When establishing a Massachusetts Pet Trust, there are some basic components that must be considered, including the following:
1. THE CARETAKER: The pet trust must appoint a Caretaker for your pet, and should include either a successor to the Caretaker or a method to determine who will be the successor if the Caretaker quits, becomes disabled or dies.
2. THE TRUSTEE: The pet trust must appoint a Trustee to handle the finances, and should include a successor Trustee or a method to choose the successor Trustee.
3. THE MONITOR: A person known as a Monitor should be appointed to oversee that the Caretaker and Trustee are performing their roles appropriately. The pet’s Veterinarian could perhaps serve as the Monitor, since the Veterinarian is a professional who would not only know what care was appropriate under the circumstances, but also how much that care should cost.
4. THE ACCOUNTINGS: Where Massachusetts law requires that a Trustee of any trust prepare accountings to disclose all financial transactions, the pet trust must specify who is to receive and review those accountings, and what should happen if the Trustee is not handling the role properly. The Monitor can serve in this role.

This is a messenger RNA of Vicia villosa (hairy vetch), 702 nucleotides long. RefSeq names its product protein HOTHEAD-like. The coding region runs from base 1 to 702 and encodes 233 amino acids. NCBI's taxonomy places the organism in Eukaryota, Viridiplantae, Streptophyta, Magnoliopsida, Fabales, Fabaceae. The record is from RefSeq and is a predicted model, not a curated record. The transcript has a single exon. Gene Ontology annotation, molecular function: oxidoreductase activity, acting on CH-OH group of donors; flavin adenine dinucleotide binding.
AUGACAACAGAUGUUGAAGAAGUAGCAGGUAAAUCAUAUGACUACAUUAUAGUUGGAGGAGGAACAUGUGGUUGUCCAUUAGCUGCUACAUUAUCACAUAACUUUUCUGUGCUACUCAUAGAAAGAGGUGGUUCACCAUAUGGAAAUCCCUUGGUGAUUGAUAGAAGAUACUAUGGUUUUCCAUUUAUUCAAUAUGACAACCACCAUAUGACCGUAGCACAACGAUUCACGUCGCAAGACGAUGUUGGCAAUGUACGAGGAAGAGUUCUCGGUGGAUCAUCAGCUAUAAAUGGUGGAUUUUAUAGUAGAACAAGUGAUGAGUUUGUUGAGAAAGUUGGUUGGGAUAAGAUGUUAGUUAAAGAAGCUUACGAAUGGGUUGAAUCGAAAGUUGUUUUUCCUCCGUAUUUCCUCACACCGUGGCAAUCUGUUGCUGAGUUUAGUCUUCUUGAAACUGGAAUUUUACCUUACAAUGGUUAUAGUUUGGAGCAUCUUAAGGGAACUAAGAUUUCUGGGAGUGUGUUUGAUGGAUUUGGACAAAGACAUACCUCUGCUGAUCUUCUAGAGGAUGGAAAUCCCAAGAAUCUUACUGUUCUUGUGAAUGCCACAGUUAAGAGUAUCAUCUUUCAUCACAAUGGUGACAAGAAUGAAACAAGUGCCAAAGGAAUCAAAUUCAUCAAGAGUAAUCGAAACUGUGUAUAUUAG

5. THE PET: The beneficiary or beneficiaries of the trust should be made clear. Every pet that the trust is being established for must be carefully identified. Also, since an animal is considered personal property under Massachusetts law, the pet must be assigned to the trust.
6. THE LIFE CARE PLAN: The trust should state your expectations for the pet’s standard of living and care, including veterinary appointments and surgery. The trust should also have a provision that deals with what should happen if the Caretaker is not doing an adequate job; the Monitor can serve in this role.
7. THE FUNDS: The trust is a useless pile of papers if funds do not arrive in the trust when needed. Consider not only how funds will get into the trust after your death, but also during any period of your disability before death. Perhaps the Trustee should be given a limited durable power of attorney to place funds into the trust if you become disabled.
8. THE TRUST TERMINATION: Provisions should be made for what happens to the pet’s remains after the pet dies, including the pet’s burial or cremation. Provisions should also be made for what then happens to the remaining funds in the trust.
Posted by: Brian E. Barreira, Esq. / 18 Samoset Street, Plymouth, MA 02360 / 508-747-8282